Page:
The next time you’re on a public bus, you might want to watch what you say: Transit systems in several cities are quietly installing or in the process of installing surveillance systems that can record both audio and video. The data can be monitored in real-time via a remote server, and it can be stored in an onboard “black box” for later access. San Francisco has approved a contract to install the system on almost 360 public vehicles, with an option to expand it to an additional 600. After receiving confirmation from Maryland’s attorney general’s office that adding a displayed warning was enough, Baltimore announced its plans to install a system on its buses.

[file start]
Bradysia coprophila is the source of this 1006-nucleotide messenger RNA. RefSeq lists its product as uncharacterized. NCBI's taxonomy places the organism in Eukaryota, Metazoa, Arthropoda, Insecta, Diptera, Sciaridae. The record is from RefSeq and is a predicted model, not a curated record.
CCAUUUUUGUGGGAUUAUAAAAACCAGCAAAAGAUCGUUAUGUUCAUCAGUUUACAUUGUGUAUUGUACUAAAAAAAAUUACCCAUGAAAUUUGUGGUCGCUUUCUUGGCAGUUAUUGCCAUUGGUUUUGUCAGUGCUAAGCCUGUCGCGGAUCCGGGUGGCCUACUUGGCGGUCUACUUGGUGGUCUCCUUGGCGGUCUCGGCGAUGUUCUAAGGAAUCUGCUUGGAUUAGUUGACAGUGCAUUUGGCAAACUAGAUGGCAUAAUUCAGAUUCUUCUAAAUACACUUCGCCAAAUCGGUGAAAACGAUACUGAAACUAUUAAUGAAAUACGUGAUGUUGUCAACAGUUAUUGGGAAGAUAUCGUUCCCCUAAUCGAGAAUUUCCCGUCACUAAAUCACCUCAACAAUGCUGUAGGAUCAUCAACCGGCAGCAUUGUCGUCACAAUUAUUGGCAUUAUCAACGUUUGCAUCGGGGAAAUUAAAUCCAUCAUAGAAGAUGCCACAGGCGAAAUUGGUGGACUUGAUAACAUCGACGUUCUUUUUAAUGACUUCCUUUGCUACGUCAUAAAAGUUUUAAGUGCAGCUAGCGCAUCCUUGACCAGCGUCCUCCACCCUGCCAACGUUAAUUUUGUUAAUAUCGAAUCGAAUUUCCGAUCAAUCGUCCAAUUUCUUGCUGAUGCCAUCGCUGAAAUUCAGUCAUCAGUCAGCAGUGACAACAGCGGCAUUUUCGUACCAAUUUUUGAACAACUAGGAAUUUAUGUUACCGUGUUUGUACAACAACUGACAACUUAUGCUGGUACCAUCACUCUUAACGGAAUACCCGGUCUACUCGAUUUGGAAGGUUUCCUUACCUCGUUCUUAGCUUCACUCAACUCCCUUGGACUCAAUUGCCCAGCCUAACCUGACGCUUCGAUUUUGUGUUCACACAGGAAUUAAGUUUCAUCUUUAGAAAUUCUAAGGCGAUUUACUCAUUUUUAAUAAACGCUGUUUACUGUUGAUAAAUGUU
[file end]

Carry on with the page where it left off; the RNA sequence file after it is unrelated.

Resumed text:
What’s the Big Idea?
While video cameras have been on buses for years, the addition of microphones makes privacy advocates especially nervous. Washington University professor Neil Richards says that with combined audio/video surveillance, “you have a policeman in every seat with a photographic memory who can spit back everything that was said.” Security consultant Ashkan Soltani says that it would be very easy to identify passengers using facial and auditory recognition systems. Meanwhile, Ozark Regional Transit director Joel Gardner says it helps resolve customer complaints: “From my standpoint, the use of audio is a lifesaver for the drivers.”